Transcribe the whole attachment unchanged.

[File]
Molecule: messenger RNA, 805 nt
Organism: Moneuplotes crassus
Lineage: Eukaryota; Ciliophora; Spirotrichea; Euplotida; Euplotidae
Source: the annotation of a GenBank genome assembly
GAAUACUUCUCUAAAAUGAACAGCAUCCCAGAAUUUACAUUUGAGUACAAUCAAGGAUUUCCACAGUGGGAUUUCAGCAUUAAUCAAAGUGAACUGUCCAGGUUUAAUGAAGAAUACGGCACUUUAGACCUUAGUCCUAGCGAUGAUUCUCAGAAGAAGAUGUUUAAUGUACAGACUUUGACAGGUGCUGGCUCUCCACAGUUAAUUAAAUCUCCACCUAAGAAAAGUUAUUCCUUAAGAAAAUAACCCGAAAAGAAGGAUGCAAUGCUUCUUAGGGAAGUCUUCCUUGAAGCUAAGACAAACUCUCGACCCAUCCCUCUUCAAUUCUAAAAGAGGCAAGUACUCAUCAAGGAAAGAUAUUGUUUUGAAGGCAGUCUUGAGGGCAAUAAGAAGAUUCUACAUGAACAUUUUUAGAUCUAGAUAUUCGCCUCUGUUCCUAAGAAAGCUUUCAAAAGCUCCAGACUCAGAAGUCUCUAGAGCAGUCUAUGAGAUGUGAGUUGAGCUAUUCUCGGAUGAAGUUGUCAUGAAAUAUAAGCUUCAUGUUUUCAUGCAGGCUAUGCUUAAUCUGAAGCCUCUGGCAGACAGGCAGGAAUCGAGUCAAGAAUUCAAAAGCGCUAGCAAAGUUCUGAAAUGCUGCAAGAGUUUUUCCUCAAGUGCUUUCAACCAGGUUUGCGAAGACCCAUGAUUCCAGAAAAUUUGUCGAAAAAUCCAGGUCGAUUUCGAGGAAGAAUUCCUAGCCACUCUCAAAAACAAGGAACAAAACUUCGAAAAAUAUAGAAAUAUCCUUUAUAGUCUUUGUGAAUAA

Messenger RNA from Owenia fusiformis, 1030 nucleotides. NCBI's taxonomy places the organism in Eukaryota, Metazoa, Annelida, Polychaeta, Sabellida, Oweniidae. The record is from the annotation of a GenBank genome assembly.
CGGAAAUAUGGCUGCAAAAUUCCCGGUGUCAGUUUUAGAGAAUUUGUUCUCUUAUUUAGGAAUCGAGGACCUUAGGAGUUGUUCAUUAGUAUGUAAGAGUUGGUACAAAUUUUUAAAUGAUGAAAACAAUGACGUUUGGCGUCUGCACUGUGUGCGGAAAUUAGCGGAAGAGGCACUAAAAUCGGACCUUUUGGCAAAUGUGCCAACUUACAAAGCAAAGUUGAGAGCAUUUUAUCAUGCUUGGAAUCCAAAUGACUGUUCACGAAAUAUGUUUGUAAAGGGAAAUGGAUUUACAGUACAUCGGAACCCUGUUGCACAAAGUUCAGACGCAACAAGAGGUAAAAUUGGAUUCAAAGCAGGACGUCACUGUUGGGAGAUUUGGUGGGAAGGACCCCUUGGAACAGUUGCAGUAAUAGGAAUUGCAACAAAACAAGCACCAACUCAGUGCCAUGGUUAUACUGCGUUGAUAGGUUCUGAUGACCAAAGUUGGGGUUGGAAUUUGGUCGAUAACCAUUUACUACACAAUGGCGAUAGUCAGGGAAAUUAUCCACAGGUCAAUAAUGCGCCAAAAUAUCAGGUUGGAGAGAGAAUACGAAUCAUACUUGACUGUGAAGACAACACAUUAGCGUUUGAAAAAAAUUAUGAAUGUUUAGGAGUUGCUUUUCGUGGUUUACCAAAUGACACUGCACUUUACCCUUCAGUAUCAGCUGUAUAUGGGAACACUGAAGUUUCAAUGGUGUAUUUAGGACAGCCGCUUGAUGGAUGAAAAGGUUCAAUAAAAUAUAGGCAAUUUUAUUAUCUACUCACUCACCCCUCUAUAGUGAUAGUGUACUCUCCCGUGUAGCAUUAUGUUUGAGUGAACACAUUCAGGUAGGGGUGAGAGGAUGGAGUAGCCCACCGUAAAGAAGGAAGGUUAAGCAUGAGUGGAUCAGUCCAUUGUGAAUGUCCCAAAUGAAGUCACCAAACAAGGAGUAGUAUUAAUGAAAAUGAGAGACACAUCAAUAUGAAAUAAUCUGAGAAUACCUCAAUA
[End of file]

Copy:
Molecule: messenger RNA, 805 nt
Organism: Moneuplotes crassus
Lineage: Eukaryota; Ciliophora; Spirotrichea; Euplotida; Euplotidae
Source: the annotation of a GenBank genome assembly
GAAUACUUCUCUAAAAUGAACAGCAUCCCAGAAUUUACAUUUGAGUACAAUCAAGGAUUUCCACAGUGGGAUUUCAGCAUUAAUCAAAGUGAACUGUCCAGGUUUAAUGAAGAAUACGGCACUUUAGACCUUAGUCCUAGCGAUGAUUCUCAGAAGAAGAUGUUUAAUGUACAGACUUUGACAGGUGCUGGCUCUCCACAGUUAAUUAAAUCUCCACCUAAGAAAAGUUAUUCCUUAAGAAAAUAACCCGAAAAGAAGGAUGCAAUGCUUCUUAGGGAAGUCUUCCUUGAAGCUAAGACAAACUCUCGACCCAUCCCUCUUCAAUUCUAAAAGAGGCAAGUACUCAUCAAGGAAAGAUAUUGUUUUGAAGGCAGUCUUGAGGGCAAUAAGAAGAUUCUACAUGAACAUUUUUAGAUCUAGAUAUUCGCCUCUGUUCCUAAGAAAGCUUUCAAAAGCUCCAGACUCAGAAGUCUCUAGAGCAGUCUAUGAGAUGUGAGUUGAGCUAUUCUCGGAUGAAGUUGUCAUGAAAUAUAAGCUUCAUGUUUUCAUGCAGGCUAUGCUUAAUCUGAAGCCUCUGGCAGACAGGCAGGAAUCGAGUCAAGAAUUCAAAAGCGCUAGCAAAGUUCUGAAAUGCUGCAAGAGUUUUUCCUCAAGUGCUUUCAACCAGGUUUGCGAAGACCCAUGAUUCCAGAAAAUUUGUCGAAAAAUCCAGGUCGAUUUCGAGGAAGAAUUCCUAGCCACUCUCAAAAACAAGGAACAAAACUUCGAAAAAUAUAGAAAUAUCCUUUAUAGUCUUUGUGAAUAA

Messenger RNA from Owenia fusiformis, 1030 nucleotides. NCBI's taxonomy places the organism in Eukaryota, Metazoa, Annelida, Polychaeta, Sabellida, Oweniidae. The record is from the annotation of a GenBank genome assembly.
CGGAAAUAUGGCUGCAAAAUUCCCGGUGUCAGUUUUAGAGAAUUUGUUCUCUUAUUUAGGAAUCGAGGACCUUAGGAGUUGUUCAUUAGUAUGUAAGAGUUGGUACAAAUUUUUAAAUGAUGAAAACAAUGACGUUUGGCGUCUGCACUGUGUGCGGAAAUUAGCGGAAGAGGCACUAAAAUCGGACCUUUUGGCAAAUGUGCCAACUUACAAAGCAAAGUUGAGAGCAUUUUAUCAUGCUUGGAAUCCAAAUGACUGUUCACGAAAUAUGUUUGUAAAGGGAAAUGGAUUUACAGUACAUCGGAACCCUGUUGCACAAAGUUCAGACGCAACAAGAGGUAAAAUUGGAUUCAAAGCAGGACGUCACUGUUGGGAGAUUUGGUGGGAAGGACCCCUUGGAACAGUUGCAGUAAUAGGAAUUGCAACAAAACAAGCACCAACUCAGUGCCAUGGUUAUACUGCGUUGAUAGGUUCUGAUGACCAAAGUUGGGGUUGGAAUUUGGUCGAUAACCAUUUACUACACAAUGGCGAUAGUCAGGGAAAUUAUCCACAGGUCAAUAAUGCGCCAAAAUAUCAGGUUGGAGAGAGAAUACGAAUCAUACUUGACUGUGAAGACAACACAUUAGCGUUUGAAAAAAAUUAUGAAUGUUUAGGAGUUGCUUUUCGUGGUUUACCAAAUGACACUGCACUUUACCCUUCAGUAUCAGCUGUAUAUGGGAACACUGAAGUUUCAAUGGUGUAUUUAGGACAGCCGCUUGAUGGAUGAAAAGGUUCAAUAAAAUAUAGGCAAUUUUAUUAUCUACUCACUCACCCCUCUAUAGUGAUAGUGUACUCUCCCGUGUAGCAUUAUGUUUGAGUGAACACAUUCAGGUAGGGGUGAGAGGAUGGAGUAGCCCACCGUAAAGAAGGAAGGUUAAGCAUGAGUGGAUCAGUCCAUUGUGAAUGUCCCAAAUGAAGUCACCAAACAAGGAGUAGUAUUAAUGAAAAUGAGAGACACAUCAAUAUGAAAUAAUCUGAGAAUACCUCAAUA